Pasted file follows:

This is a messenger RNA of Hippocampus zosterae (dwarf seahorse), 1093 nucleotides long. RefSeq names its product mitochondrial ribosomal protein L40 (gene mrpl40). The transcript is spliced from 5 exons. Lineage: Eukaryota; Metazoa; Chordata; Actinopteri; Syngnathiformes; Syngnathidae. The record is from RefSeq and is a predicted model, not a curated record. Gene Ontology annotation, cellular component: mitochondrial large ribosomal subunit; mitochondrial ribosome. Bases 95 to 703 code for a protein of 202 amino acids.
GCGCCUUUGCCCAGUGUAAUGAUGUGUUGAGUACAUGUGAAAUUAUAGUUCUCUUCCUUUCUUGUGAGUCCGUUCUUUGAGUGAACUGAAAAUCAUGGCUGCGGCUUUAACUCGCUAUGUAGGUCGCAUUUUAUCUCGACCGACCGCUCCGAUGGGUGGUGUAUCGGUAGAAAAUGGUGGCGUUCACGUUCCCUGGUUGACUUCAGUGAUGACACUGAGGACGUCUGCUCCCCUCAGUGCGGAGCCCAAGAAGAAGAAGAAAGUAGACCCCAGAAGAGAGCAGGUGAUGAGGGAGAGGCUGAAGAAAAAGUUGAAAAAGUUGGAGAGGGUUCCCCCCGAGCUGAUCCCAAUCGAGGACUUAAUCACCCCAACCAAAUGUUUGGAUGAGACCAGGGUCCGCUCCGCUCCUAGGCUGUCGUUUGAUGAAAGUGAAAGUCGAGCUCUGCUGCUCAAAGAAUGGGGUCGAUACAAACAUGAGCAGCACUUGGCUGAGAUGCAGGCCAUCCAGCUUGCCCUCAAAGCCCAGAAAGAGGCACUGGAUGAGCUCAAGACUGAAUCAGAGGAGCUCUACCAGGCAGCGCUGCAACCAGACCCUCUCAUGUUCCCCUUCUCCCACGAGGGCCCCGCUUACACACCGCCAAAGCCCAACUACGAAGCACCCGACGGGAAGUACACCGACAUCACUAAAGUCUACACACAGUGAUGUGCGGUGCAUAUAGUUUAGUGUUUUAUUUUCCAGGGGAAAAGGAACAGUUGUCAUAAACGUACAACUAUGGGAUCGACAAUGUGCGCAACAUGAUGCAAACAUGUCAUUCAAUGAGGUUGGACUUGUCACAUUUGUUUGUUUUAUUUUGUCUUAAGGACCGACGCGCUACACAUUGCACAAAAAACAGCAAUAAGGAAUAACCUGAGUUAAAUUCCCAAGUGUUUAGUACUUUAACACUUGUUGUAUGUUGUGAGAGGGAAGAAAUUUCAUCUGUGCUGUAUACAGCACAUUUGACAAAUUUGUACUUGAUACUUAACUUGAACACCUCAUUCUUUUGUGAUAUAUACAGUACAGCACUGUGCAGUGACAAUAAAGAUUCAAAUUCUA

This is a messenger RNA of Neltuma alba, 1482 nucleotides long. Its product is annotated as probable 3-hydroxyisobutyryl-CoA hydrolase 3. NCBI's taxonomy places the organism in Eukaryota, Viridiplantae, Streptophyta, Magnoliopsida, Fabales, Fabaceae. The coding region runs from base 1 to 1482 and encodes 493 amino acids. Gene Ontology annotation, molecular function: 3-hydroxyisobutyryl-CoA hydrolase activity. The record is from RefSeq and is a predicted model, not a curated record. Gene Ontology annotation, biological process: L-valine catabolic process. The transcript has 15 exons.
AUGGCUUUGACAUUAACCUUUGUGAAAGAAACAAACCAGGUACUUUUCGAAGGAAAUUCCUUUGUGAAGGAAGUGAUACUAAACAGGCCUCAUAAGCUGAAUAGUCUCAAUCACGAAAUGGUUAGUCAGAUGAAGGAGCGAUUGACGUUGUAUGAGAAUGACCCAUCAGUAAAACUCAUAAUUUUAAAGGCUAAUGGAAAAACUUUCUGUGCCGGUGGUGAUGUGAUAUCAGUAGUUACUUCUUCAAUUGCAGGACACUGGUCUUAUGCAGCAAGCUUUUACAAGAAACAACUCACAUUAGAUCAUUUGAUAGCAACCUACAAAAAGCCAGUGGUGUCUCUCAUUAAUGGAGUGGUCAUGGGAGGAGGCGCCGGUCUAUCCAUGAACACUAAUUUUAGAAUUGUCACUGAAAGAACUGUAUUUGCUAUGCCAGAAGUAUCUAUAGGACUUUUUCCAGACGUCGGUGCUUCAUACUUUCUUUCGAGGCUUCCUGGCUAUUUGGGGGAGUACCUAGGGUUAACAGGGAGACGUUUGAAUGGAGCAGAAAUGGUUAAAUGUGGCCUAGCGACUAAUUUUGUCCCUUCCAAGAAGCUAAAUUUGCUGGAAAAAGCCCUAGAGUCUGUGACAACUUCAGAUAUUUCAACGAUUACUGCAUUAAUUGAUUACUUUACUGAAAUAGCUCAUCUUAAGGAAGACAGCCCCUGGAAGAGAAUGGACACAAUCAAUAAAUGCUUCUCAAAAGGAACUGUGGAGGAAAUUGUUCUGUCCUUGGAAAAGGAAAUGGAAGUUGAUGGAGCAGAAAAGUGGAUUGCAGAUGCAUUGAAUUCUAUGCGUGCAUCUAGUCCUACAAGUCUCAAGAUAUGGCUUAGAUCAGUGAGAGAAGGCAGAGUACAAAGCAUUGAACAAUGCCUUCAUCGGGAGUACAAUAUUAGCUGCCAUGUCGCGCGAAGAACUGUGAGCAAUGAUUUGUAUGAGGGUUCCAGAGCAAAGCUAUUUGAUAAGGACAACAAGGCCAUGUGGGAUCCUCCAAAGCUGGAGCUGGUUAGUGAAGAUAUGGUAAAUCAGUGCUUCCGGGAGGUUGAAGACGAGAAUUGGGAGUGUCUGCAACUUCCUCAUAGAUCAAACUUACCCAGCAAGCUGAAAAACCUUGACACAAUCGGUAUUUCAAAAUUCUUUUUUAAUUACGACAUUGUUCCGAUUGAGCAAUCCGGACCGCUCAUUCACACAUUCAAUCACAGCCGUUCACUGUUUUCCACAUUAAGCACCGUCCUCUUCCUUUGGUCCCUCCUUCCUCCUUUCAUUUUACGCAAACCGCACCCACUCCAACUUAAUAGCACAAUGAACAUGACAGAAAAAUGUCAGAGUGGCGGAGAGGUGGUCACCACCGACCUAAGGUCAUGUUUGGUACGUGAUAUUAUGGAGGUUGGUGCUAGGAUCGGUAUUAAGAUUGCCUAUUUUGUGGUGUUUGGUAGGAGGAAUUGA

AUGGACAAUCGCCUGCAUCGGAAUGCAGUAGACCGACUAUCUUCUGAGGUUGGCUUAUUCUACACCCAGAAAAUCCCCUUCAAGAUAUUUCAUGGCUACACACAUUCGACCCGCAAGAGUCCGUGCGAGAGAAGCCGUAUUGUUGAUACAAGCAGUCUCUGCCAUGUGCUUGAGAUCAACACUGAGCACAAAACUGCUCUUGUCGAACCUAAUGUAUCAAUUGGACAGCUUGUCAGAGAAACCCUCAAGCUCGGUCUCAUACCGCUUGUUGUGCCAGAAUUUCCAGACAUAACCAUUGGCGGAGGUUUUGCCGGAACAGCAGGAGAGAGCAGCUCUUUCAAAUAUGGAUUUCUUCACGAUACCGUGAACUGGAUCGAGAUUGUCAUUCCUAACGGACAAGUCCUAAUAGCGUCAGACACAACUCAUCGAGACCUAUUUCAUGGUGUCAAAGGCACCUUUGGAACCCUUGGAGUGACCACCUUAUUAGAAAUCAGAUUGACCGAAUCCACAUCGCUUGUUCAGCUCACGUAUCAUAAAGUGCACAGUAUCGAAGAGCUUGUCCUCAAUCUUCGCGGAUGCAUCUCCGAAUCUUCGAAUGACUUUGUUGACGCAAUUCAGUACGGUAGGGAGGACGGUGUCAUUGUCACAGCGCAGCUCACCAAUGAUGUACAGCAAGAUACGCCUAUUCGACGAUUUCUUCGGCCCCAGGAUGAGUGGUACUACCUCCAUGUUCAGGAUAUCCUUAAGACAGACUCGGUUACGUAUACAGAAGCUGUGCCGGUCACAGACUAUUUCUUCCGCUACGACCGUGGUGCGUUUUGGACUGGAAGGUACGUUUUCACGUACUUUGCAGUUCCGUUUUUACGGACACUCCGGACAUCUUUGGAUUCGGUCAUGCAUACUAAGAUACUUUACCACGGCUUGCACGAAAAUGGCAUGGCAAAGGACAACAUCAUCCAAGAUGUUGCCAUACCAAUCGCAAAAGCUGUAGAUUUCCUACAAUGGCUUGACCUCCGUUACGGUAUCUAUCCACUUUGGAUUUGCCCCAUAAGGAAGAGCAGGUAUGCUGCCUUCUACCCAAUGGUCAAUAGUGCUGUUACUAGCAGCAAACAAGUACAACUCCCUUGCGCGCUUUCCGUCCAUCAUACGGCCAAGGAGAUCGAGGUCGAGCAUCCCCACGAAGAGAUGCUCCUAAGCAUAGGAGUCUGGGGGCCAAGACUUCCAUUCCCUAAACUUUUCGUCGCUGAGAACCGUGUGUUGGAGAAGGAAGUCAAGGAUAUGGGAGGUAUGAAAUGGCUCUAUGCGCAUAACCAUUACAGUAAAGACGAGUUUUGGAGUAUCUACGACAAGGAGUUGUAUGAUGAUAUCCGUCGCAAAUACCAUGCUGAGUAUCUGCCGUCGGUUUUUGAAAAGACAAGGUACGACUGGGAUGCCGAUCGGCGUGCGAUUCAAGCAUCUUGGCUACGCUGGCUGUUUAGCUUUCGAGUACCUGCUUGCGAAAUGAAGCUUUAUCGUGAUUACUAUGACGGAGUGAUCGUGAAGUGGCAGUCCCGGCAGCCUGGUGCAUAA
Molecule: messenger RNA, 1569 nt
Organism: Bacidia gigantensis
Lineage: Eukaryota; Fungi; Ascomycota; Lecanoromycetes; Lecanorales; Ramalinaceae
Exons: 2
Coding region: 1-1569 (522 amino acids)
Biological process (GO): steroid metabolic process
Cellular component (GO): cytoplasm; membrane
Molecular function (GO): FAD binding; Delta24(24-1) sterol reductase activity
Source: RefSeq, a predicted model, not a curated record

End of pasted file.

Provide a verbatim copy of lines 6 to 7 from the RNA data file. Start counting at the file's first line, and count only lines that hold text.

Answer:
Molecule: messenger RNA, 1569 nt
Organism: Bacidia gigantensis